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LGBT Group Reaches Out After Gay Nightclub Shooting


And now back to Orlando. Abe Aboraya is a reporter with member station WMFE in Orlando. He's been at the gay, lesbian, bisexual, transgender community center of Central Florida, where many people have been gathering today. Abe, how are you? Thank you so much for joining us.

ABE ABORAYA, BYLINE: Thank you for having me.

MARTIN: And what have people been saying to you there?

ABORAYA: So this LGBT center, you know, for listeners who obviously aren't going to be aware - this is sort of a community hub for the community in Orlando. And so starting, you know, when I came here early this morning, people were showing up, and they were getting grief counselors ready. You know, some of the people we're talking to - they described, you know, the LGBT community here as very tightknit. And a lot of these people are gathered. They're watching the TV, and they kind of have this sense that it's not if but when - when these names start coming out, you know, they're going to find out, you know, how they're impacted and, you know, who's been impacted by this.

MARTIN: The center had a press conference earlier. Can you talk a little bit about what the people said at that press conference and what the LGBT leaders have been saying? the modality be deleted of and saying?

ABORAYA: Yeah, there were actually calls from the crowd as I was leaving the press conference - you know, the question was asked by someone who was at the center, you know, when are we going to march on Washington? You know, they're taking this as, you know, they don't want this to end here. They're looking at, you know, not just, you know, political reforms for LGBT rights and for gun violence in Tallahassee but nationwide as well.

And, you know, there was actually calls and mentions of how, you know, this is sort of the LGBT community's Charleston. That's how they're viewing this right now, as - you know, as these events kind of unfold and going forward.

MARTIN: Could you talk a little bit more about that? like that? You said that it's time to march on Washington, presumably Tallahassee as well, the Florida state capital. What issues do they feel need to be addressed?

ABORAYA: Well, you know, the folks I'm talking to said that, you know, this has been - there's been a lot of progress when it comes to LGBT issues with marriage equality over the last few years. However, the transgender issues, particularly like the bills in North Carolina with transgender bathroom bills, that's one issue that's come up.

There's also dealing with assault rifles. You know, that was another thing that came up quite consistently at this press conference that, you know, this was a crime of hate. But it was enabled by access to a weapon of that magnitude that was, you know, used to gun down people at a nightclub.

MARTIN: Did members of this community particularly feel targeted?

ABORAYA: Yes. There is no question among the people I'm talking to that this was, you know, targeted at the LGBT community. The club that we're talking about, Pulse - it is a very well-known LGBT club. It's not just well-known among the LGBT community. This is a place where a lot of people will go for bachelorette parties. You know, it's well-known. And, you know, you can't ignore the timing that it is Pride Month, and Orlando is very welcoming, you know, when it comes the Pride Month. You know, a lot of events tied to it. And so there's no question among this community that this was - you know, even without a clear motive or anything, you know, to that effect yet, there's no question that this was targeted at, you know, this community. And also I should mention it was Latino night. So that - there's that aspect to it as well.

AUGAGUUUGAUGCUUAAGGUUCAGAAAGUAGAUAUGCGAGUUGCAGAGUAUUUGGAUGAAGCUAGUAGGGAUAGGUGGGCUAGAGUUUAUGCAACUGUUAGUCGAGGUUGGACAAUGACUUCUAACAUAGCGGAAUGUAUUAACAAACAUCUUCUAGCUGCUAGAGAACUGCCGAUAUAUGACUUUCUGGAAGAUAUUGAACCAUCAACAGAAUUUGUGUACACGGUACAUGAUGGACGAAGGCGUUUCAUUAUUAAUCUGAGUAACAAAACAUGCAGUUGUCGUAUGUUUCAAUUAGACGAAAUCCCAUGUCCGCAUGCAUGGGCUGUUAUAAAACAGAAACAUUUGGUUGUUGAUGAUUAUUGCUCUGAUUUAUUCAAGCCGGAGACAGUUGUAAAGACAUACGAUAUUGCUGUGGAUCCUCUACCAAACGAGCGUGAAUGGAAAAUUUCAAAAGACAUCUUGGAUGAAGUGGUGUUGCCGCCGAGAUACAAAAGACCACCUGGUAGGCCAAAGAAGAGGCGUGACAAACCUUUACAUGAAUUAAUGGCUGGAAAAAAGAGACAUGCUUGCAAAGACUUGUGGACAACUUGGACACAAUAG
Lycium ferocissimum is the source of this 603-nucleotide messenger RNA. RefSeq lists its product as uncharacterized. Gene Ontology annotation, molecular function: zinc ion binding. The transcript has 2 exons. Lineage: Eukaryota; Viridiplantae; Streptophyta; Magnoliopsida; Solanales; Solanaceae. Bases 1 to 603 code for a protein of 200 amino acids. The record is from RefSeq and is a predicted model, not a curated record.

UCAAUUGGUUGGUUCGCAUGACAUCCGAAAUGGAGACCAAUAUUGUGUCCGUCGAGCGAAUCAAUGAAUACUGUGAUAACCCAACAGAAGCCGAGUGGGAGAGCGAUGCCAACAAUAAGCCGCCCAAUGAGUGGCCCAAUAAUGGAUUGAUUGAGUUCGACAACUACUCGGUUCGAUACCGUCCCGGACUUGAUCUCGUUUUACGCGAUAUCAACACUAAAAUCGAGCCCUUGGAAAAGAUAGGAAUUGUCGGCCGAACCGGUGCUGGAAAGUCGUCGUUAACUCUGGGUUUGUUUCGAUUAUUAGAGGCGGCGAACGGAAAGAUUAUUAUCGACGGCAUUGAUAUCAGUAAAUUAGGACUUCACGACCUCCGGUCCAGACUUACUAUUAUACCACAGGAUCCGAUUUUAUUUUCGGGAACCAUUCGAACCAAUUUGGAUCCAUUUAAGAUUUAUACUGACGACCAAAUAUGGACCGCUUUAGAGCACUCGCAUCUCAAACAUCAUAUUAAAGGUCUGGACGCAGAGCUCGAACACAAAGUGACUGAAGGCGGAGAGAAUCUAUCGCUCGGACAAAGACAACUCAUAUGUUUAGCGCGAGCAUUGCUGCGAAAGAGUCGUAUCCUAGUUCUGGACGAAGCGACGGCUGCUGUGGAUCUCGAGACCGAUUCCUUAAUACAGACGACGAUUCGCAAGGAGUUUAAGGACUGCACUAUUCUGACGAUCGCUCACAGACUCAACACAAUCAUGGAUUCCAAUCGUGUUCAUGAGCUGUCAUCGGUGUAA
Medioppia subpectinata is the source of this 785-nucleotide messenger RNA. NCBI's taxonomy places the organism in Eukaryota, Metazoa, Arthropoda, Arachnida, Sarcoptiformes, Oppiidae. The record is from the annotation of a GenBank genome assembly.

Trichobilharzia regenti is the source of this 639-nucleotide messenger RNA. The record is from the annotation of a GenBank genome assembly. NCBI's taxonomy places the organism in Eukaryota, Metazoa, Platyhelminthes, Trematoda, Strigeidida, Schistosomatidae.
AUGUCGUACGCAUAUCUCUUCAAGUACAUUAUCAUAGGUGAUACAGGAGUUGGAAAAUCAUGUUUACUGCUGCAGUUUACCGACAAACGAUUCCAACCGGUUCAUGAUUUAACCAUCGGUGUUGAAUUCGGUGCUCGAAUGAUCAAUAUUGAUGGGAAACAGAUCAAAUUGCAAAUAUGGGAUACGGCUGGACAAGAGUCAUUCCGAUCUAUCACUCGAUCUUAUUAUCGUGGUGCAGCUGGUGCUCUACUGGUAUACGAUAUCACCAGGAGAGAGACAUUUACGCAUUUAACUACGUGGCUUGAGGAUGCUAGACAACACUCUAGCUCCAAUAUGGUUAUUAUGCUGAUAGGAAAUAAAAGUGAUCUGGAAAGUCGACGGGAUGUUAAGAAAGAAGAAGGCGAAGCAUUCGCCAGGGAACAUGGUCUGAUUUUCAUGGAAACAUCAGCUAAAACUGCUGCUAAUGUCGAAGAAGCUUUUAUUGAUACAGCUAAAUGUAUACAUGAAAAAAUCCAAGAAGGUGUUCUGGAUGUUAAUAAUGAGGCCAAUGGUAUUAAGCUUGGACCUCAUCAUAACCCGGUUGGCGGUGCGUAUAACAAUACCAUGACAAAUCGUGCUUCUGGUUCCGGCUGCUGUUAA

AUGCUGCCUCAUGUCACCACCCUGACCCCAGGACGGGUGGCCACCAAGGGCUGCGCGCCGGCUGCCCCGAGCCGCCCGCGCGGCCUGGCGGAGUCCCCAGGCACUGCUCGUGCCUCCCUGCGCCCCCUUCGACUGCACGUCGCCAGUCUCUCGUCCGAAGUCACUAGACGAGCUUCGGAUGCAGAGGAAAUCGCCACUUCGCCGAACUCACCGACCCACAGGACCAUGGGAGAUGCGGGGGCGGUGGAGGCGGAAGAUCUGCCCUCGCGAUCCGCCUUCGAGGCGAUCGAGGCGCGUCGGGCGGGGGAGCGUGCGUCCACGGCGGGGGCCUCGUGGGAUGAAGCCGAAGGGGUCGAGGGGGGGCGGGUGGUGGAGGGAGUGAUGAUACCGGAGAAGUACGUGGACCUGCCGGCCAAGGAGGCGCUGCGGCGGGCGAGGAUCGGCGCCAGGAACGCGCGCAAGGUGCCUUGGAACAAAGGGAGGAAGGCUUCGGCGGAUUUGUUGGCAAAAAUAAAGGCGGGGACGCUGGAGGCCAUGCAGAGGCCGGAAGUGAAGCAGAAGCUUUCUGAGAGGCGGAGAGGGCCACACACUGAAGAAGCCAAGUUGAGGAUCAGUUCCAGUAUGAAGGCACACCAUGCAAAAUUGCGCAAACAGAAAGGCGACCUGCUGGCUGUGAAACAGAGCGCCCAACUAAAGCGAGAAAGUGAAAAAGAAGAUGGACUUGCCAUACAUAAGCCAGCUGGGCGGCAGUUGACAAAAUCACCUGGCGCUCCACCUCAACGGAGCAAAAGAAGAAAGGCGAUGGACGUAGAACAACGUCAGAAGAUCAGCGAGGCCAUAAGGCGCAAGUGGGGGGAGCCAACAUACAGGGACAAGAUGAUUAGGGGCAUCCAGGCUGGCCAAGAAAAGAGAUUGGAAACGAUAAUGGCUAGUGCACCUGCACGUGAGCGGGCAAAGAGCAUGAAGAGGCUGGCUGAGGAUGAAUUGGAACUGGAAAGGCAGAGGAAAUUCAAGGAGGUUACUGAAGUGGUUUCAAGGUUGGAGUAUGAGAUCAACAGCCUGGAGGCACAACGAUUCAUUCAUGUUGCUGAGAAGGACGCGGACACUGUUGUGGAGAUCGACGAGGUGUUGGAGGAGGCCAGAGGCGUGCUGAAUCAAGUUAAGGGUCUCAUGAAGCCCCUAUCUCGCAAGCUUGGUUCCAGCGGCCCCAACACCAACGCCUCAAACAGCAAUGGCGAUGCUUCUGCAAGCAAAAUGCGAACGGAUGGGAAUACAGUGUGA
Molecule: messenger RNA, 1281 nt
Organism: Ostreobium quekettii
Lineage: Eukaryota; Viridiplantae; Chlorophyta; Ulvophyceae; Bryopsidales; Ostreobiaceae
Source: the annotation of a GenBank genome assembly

MARTIN: And we have about a minute and a half - about a minute and a half left, Abe, so thanks for staying here with us. And we understand that local authorities have asked for no public vigils tonight, citing how how stretched the police force is right now. And I wanted to ask how is that sitting with the people that you've been speaking with? How are they responding to that advice?

ABORAYA: Well, you know, the big rally - you know, the big vigil is going to be, you know, at Lake Eola. It's sort of the center of Orlando. That's coming tomorrow night. They did push that back because, you know, police did ask hey, we need to be focused on, you know, this investigation. And we don't want to stretch manpower.

But I can tell you there will be grassroots events tonight. You know, there will be, you know, perhaps for the sake of physical security, I shouldn't necessarily say where - but there are going to be gatherings that are going to be more grassroots. And a lot of people I'm talking to say they just - they feel like they need to come together and they need to grieve with each other. And, you know, I think that's going to happen regardless. Now, one last quick note...

MARTIN: Very briefly.

ABORAYA: When I was coming in, there were security here at the center. They didn't want me hanging out in front of it. They don't want it to become a target. So there are security fears, though.

MARTIN: That's Abe Aboraya. He's a reporter with member station WMFE in Orlando. Abe, thank you so much for speaking with us.

ABORAYA: Thank you for having me. Transcript provided by NPR, Copyright NPR.

Health News Florida reporter Abe Aboraya works for WMFE in Orlando. He started writing for newspapers in high school. After graduating from the University of Central Florida in 2007, he spent a year traveling and working as a freelance reporter for the Seattle Times and the Seattle Weekly, and working for local news websites in the San Francisco Bay area. Most recently Abe worked as a reporter for the Orlando Business Journal. He comes from a family of health care workers.